The above diagram shows the simple case of rotation about the origin, if we want to rotate about an arbitrary point P3, then one way to do this might be to subtract P3 from all points, then rotate about the origin, then add P3 to all points.
Rotations in 3D
In 3D there are 3 degrees of freedom. Shown here as 3 angles, azimuth, elevation, and tilt. For example, if you were aiming a gun you would raise the barrel by a certain angle (elevation). Turn it in the direction required (azimuth). And if the barrel has rifled then the projectile will spin about its axis (tilt). In other areas, say nautical, different terms may be used such as roll, pitch and yaw.
If we rotate an object, then we do a second rotation on the object, we can calculate a single rotation which has the same effect of these two rotations. As said earlier, combining rotations in this way is most practically done using matrices or quaternions, because in these cases, the total rotation can be calculated by multiplying together the representation of the individual rotations. Note that order of operands is important and its important to use consistent definitions, for a discussion of how we might do this see this page, also see the pages for matrices and quaternions.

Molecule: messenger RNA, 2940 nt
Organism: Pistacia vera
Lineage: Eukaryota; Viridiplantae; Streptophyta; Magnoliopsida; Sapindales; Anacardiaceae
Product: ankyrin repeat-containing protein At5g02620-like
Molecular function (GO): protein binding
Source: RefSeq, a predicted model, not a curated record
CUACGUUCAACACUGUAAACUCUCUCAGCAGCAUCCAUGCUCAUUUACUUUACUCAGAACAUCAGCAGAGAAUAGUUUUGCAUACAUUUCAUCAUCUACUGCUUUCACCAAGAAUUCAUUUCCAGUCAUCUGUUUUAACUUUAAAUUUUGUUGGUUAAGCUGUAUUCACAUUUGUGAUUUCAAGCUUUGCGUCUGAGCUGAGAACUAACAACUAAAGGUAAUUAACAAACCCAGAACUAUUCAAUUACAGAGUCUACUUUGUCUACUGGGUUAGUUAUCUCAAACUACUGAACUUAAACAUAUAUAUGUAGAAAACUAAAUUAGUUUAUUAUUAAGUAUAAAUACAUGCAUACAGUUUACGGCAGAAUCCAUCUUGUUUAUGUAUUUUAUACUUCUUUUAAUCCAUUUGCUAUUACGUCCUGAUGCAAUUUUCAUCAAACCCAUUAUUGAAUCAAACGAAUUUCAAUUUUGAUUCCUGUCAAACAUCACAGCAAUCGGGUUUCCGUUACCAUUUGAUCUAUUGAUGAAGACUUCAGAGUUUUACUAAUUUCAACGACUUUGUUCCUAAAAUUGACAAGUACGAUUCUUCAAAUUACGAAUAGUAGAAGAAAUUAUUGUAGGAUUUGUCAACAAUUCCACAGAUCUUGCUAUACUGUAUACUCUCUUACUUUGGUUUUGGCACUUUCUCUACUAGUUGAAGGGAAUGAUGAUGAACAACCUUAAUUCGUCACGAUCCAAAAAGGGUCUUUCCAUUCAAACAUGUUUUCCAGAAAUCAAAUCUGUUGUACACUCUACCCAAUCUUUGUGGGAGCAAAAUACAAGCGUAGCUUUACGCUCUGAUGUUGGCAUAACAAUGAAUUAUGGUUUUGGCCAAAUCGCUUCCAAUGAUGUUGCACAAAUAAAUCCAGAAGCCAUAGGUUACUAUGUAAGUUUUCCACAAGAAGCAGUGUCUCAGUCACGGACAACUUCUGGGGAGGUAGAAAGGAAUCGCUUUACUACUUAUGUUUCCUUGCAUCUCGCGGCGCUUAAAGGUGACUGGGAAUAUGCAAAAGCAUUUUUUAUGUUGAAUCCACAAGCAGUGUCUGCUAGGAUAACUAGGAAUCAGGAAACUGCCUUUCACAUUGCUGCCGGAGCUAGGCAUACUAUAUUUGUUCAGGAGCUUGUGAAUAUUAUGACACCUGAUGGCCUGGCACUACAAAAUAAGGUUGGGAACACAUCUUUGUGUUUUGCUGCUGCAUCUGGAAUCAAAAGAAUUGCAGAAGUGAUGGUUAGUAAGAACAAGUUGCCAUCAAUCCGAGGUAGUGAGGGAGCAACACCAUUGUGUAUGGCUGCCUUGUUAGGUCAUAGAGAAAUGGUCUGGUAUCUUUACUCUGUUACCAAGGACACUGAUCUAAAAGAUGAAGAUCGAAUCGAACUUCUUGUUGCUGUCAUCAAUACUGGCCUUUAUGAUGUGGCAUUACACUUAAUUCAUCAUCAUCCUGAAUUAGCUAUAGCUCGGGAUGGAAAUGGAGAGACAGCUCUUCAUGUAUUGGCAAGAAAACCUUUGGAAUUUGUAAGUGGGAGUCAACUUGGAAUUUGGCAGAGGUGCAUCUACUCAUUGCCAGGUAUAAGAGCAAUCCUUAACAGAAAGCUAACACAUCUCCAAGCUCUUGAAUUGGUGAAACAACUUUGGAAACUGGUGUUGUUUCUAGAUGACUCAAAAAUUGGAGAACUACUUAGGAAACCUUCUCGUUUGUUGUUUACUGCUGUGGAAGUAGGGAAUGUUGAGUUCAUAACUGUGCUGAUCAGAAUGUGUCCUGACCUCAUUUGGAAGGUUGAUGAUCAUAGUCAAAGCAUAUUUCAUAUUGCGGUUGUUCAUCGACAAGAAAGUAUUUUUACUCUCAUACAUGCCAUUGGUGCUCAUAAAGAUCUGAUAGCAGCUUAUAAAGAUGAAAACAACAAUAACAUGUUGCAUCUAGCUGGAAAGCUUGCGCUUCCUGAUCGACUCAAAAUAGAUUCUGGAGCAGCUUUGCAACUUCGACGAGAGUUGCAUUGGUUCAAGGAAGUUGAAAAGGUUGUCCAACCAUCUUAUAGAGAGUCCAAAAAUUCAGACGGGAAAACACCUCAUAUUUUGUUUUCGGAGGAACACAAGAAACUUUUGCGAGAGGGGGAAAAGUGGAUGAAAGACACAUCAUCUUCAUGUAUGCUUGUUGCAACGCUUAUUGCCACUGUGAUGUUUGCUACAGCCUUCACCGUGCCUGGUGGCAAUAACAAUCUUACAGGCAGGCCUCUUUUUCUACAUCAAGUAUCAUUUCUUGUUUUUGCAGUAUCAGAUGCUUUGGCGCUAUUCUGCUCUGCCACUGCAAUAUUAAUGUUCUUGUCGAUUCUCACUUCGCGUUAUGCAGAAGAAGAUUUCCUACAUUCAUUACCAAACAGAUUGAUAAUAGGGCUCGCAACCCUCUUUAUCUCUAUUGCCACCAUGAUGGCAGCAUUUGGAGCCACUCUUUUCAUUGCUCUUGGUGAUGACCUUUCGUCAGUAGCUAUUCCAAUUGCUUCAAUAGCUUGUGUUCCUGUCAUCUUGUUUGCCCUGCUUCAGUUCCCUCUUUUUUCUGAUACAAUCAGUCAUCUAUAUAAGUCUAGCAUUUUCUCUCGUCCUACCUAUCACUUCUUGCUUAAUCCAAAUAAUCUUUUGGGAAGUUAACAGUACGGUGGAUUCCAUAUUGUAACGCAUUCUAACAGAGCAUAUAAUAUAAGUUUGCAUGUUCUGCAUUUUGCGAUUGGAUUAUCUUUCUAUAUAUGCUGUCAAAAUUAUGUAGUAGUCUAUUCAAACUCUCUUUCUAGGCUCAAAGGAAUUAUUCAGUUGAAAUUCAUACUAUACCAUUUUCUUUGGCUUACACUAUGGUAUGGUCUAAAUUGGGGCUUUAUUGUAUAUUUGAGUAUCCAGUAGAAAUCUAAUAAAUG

For a more theoretical mathematical approach to rotation read the group theory pages, but if you are interested in the more practical aspects of using and modeling rotations, the main principles are explained here.
- Two subsequent rotations can always be combined into a single rotation (see axis-angle).
- Order of applying rotations is important. Rotation A then Rotation B may give a different final orientation than applying Rotation B then Rotation A.
- There are many mathematical notations that can be used to represent rotations, but these principles always apply whatever notation is used.
- There is a do nothing rotation, for example, in the case of a matrix, this can be represented by the identity matrix.
- Three subsequent rotations can be combined in pairs either
(a * b) * c
a * (b * c)
will give the same result (as long as we don't change the order).
For 3D rotations there are 3 degrees of freedom, that is, any rotation can be defined with a minimum of 3 scalar inputs (but, as explained, we may choose to use more) One example might be:
- rotation about x axis
- rotation about y axis
- rotation about z axis
So far we are assuming that the rotations are about the origin of the co-ordinate system. If we want to rotate about any arbitrary point then we need to use a notation which can express both rotation and translation. This is covered here: